Far greater setbacks from wind turbines necessary, to maintain max. 45db noise level.

Irish government modelling of wind energy potential

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Today, 16 January 2017, almost four years on from the first public call for submissions on the proposed revision of the 2006 wind energy guidelines, we are sharing information in relation to modelling undertaken by the RPS Group, in 2015, which was commissioned by the Sustainable Authority of Ireland (SEAI) for the then Department of Communications Energy and Natural Resources (now the Department of Communications, Climate Action and Environment) and the then Department of Environment, Community and Local Government (now the department of Housing, Planning, Community and Local Government).

RPS were commissioned to model Ireland’s land area and power generating potential from wind energy developments, taking into account a number of variable factors including:

  • Turbine size, type and hub/tip height;
  • Noise and shadow flicker;
  • Proposed setback distances;
  • Minimum wind speeds;
  • Terrain contours; and
  • Ground factors.

The background to this modelling was the proposed technical revision to the Wind Energy Development Guidelines 2006. As regular readers of this blog will be aware the proposed technical revision has turned into a political hot potato with no Minister yet willing to stand up to the wind industry, despite the Minister for Communications, Climate Action and Environment declaring that the current guidelines are ‘not fit for purpose’. The proposed Strategic Environmental Assessment (SEA) and further consultation have still not been commenced.

Nevertheless, the discussion in the RPS Group, Report on Wind Turbine Noise Modelling, of 11 May 2015 is startling for most communities, as RPS through consultations with the wind industry expect tip heights of between 150m to 175m to be the norm for future developments, with 200m tip heights being required for some low wind sites.  Possible setback distances emerging from the acoustic modelling are also quiet frightening (see copy of table 3.2 below).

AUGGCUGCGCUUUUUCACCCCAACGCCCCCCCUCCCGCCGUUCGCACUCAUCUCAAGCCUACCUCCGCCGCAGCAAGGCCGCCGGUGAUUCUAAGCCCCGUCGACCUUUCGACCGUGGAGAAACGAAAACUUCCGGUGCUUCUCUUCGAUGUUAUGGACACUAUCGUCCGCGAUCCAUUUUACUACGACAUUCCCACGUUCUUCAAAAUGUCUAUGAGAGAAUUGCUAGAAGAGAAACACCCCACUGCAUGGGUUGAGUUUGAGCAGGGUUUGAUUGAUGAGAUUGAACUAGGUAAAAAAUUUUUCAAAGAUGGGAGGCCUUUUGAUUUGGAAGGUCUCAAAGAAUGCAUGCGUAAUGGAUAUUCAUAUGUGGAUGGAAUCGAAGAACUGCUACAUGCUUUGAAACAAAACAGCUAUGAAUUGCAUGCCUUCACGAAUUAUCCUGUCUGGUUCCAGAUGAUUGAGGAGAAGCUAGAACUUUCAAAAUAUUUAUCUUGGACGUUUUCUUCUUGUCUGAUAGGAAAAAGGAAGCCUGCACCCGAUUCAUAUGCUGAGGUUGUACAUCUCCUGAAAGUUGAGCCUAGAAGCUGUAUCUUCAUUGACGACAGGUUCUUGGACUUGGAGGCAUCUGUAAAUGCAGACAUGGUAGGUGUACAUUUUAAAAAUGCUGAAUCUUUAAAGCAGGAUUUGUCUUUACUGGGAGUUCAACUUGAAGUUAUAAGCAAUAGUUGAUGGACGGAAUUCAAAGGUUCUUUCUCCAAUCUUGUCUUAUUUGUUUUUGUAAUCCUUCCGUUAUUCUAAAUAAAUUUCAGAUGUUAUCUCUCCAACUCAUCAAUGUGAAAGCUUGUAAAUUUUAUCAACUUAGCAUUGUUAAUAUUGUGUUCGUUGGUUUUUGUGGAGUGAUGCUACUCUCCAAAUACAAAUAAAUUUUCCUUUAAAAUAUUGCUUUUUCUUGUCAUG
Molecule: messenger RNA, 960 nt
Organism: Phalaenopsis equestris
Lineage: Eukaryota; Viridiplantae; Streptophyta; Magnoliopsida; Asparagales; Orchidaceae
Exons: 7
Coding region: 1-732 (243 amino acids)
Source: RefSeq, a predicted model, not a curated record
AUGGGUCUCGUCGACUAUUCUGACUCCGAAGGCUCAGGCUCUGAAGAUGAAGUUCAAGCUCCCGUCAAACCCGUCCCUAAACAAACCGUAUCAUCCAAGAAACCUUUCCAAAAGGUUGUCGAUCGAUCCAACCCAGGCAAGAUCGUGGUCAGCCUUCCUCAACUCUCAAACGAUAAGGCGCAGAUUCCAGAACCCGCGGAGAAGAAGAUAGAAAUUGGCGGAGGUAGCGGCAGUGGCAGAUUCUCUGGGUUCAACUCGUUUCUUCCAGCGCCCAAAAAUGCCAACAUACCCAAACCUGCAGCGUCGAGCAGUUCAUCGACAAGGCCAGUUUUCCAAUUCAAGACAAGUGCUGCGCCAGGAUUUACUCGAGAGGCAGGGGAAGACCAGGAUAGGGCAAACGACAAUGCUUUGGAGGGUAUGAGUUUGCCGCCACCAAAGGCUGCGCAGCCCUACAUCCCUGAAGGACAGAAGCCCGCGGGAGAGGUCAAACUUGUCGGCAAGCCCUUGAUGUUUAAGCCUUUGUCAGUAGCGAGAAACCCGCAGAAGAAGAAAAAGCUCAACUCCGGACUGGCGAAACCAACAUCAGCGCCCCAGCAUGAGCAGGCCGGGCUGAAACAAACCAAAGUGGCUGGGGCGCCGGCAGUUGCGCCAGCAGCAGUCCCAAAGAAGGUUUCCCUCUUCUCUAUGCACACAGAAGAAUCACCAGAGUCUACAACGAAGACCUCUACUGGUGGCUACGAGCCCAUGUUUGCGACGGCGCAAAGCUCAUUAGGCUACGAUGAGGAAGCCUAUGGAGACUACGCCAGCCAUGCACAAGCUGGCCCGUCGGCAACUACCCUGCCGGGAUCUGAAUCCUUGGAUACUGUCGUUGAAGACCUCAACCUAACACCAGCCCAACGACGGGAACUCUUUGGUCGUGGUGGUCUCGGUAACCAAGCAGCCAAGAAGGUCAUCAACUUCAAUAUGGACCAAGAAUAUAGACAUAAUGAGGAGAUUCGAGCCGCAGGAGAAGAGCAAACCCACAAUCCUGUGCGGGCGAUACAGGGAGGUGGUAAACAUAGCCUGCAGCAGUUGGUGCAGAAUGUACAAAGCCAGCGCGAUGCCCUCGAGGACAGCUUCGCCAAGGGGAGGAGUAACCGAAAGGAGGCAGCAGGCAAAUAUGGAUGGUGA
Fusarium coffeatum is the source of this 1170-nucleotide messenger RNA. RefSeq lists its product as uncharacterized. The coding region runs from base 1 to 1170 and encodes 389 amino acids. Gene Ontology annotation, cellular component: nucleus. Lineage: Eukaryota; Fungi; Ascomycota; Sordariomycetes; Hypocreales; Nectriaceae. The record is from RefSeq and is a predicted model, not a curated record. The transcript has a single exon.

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Documents, in PDF, we are sharing are:

Further iterations of the modeling then followed which were also released:

Please note these documents were shared with us by a friend of this blog, who gained access to them under the Access to Environmental Information Regulations.  Access was only granted following a number of Appeals to the Commissioner for Environmental Information; with the Department of Housing, Planning, Community and Local Government, further delaying release for three months despite the Commissioners decision.  We are heartened that the Commissioner in deciding that these documents should be released stated:

In my opinion, it is at least possible that disclosure of the withheld information would help the public to scrutinise the reasons put forward by politicians in delaying this important policy decision.  I therefore accept that this public interest argument would favour disclosure now, before a decision is made.

… if disclosure were to lead to a submission being made to the Department which was of such import that it could not be ignored, such a submission would appear to be highly important and very much in the public interest. There is a strong public interest in making the decision [in relation to the revised guidelines] as soon as possible, but there is also a strong public interest in getting it right.
For these reasons I am not persuaded that disclosure would be contrary to the public interest. As that is my conclusion, I must find that refusal to provide access to the withheld information is not justified on this ground.

With the Commissioners words ringing in our ears we are calling on our readers and followers to review, scrutinise and find flaws in the reasons relied upon by your politicians and policy makers.

We are also welcoming guest blogs on this issue and if any of you out there want to provide some much needed technical analysis of these documents and to publish on this blog (or to make a valuable submission to the Minister), please e-mail us at: cawt.donegal@gmail.com.

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People are Harmed by Wind Turbine Noise.

Wind Turbine Noise Adversely Impacts Nearby People and Animals

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Europe and the US have been building onshore wind turbine plants in rural areas for more than 25 years. Anyone living within about 1.0 mile of such plants would hear the noises year-round, year after year. Those nearby people would be experiencing:

  • Decreasing property values.
  • Damage to their health, due to lack of sleep and peace of mind.
  • Living with closed windows and doors, due to year-round noises.
  • Exposure to infrasound.

The wind turbine noise problem is worldwide. Due to a lack of worldwide guidelines, various political entities have been developing their own codes for the past 30 years. The World Health Organization is finally addressing the lack of detailed guidelines regarding such noises.

World Health Organization Noise Guidelines: WHO, publishes detailed guidelines regarding various, everyday noises, such as near highways and airports, within urban communities and in work places. The guidelines serve as input to local noise codes.

In general, wind turbines are located in rural areas. When they had low rated outputs, say about 500 kW in the 1960s and 1970s, they made little audible noise, and the infrasound was weak. However, when rated outputs increased to 1000 kW or greater, the audible and infrasound noises became excessive and complaints were made by nearby people all over the world.